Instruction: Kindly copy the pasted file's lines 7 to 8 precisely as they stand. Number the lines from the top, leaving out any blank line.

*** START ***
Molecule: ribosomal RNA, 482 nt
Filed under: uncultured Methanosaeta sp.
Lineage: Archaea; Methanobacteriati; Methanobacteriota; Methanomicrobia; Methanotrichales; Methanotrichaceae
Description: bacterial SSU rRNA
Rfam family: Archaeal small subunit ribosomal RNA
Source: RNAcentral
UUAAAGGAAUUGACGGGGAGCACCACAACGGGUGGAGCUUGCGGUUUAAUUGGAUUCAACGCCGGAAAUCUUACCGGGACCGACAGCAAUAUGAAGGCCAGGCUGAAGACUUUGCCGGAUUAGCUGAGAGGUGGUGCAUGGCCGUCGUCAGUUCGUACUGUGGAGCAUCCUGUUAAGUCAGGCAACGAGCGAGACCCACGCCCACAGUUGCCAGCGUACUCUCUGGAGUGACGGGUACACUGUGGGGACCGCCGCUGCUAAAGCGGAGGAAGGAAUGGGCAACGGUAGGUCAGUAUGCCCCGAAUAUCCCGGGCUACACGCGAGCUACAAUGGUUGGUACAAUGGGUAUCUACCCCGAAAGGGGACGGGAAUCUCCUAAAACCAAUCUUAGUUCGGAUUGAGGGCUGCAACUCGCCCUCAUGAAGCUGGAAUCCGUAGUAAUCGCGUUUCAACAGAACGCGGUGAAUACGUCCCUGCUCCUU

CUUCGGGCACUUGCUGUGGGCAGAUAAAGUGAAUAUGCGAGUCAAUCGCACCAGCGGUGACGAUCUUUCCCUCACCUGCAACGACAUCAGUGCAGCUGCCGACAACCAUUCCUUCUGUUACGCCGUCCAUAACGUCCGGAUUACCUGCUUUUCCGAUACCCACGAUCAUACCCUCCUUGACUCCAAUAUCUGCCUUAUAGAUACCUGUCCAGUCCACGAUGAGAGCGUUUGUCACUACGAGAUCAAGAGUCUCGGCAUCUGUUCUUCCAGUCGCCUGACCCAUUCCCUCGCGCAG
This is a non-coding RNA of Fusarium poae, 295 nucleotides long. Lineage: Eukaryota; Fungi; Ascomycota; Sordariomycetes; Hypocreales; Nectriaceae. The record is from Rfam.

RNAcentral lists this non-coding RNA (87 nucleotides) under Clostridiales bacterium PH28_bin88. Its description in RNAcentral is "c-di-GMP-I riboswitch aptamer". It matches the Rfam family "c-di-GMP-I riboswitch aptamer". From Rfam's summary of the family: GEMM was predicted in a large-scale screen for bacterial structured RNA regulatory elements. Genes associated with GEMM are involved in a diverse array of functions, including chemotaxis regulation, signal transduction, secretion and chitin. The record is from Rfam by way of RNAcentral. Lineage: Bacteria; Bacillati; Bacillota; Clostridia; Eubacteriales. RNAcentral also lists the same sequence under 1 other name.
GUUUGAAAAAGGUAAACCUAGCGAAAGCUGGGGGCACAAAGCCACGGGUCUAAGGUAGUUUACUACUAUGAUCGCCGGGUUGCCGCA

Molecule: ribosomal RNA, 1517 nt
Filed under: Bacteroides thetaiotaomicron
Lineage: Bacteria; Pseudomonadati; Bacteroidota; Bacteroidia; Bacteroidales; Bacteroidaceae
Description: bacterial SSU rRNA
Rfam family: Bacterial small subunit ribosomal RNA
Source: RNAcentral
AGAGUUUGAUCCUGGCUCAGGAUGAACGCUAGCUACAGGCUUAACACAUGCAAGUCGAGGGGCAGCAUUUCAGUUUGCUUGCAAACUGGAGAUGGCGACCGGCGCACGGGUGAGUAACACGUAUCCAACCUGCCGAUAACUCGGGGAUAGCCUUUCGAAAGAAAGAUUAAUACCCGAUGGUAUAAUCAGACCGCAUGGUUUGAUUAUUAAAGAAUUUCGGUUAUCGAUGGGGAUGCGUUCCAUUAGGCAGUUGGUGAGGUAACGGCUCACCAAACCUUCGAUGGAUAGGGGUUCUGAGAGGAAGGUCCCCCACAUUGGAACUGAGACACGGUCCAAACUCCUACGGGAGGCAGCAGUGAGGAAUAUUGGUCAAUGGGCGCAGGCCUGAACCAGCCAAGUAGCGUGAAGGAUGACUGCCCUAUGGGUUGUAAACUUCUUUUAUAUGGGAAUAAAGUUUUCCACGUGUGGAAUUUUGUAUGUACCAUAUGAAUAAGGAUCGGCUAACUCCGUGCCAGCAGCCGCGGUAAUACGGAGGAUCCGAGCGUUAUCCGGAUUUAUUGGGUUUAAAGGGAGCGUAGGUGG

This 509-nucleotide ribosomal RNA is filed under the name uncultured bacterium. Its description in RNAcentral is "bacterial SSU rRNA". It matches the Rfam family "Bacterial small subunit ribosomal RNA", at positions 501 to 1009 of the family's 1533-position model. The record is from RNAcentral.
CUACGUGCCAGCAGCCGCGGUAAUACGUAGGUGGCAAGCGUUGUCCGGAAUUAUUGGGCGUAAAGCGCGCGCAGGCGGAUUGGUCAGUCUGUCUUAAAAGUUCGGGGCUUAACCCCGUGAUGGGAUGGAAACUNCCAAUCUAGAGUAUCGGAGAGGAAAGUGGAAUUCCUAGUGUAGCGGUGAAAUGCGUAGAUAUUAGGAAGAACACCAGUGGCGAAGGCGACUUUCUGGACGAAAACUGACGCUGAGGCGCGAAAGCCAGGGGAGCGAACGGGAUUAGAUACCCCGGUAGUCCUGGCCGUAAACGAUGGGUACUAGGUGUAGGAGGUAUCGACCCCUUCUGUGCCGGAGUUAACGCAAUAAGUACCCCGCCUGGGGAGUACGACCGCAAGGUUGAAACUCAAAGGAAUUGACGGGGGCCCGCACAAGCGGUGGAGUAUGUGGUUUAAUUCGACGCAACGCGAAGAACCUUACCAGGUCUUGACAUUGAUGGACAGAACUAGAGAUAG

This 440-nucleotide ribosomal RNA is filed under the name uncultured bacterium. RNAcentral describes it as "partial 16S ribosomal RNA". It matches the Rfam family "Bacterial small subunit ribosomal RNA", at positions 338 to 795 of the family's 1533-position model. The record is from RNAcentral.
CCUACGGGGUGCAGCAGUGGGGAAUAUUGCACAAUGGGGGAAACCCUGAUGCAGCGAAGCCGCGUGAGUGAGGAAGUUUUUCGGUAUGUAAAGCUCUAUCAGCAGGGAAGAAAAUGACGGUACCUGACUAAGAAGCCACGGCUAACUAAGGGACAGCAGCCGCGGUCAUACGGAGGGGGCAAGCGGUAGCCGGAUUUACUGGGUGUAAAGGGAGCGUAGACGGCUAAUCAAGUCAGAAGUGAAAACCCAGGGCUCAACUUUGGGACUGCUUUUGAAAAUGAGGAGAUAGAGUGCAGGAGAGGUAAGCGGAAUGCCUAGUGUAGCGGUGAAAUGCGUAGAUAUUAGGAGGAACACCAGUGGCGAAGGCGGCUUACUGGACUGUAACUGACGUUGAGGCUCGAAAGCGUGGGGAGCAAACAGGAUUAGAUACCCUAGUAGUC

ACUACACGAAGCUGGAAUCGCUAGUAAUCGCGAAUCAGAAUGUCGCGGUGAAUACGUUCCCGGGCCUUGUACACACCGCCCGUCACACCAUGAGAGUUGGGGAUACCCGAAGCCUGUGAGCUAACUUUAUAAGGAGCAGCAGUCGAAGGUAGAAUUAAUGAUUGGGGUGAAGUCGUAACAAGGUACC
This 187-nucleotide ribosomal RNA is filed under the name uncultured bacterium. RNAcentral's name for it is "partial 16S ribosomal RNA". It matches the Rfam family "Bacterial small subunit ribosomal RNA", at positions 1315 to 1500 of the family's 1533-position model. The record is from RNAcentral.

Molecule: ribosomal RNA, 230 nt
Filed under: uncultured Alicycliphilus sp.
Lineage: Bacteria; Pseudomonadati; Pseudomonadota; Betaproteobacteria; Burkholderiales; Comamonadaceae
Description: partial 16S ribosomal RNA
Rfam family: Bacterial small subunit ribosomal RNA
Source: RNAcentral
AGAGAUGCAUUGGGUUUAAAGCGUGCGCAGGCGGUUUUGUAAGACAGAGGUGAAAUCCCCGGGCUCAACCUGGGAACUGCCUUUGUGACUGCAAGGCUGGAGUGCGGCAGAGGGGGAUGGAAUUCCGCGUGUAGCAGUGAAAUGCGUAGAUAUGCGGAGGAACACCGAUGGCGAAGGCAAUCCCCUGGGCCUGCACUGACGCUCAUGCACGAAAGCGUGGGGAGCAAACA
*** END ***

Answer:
UUAAAGGAAUUGACGGGGAGCACCACAACGGGUGGAGCUUGCGGUUUAAUUGGAUUCAACGCCGGAAAUCUUACCGGGACCGACAGCAAUAUGAAGGCCAGGCUGAAGACUUUGCCGGAUUAGCUGAGAGGUGGUGCAUGGCCGUCGUCAGUUCGUACUGUGGAGCAUCCUGUUAAGUCAGGCAACGAGCGAGACCCACGCCCACAGUUGCCAGCGUACUCUCUGGAGUGACGGGUACACUGUGGGGACCGCCGCUGCUAAAGCGGAGGAAGGAAUGGGCAACGGUAGGUCAGUAUGCCCCGAAUAUCCCGGGCUACACGCGAGCUACAAUGGUUGGUACAAUGGGUAUCUACCCCGAAAGGGGACGGGAAUCUCCUAAAACCAAUCUUAGUUCGGAUUGAGGGCUGCAACUCGCCCUCAUGAAGCUGGAAUCCGUAGUAAUCGCGUUUCAACAGAACGCGGUGAAUACGUCCCUGCUCCUU

CUUCGGGCACUUGCUGUGGGCAGAUAAAGUGAAUAUGCGAGUCAAUCGCACCAGCGGUGACGAUCUUUCCCUCACCUGCAACGACAUCAGUGCAGCUGCCGACAACCAUUCCUUCUGUUACGCCGUCCAUAACGUCCGGAUUACCUGCUUUUCCGAUACCCACGAUCAUACCCUCCUUGACUCCAAUAUCUGCCUUAUAGAUACCUGUCCAGUCCACGAUGAGAGCGUUUGUCACUACGAGAUCAAGAGUCUCGGCAUCUGUUCUUCCAGUCGCCUGACCCAUUCCCUCGCGCAG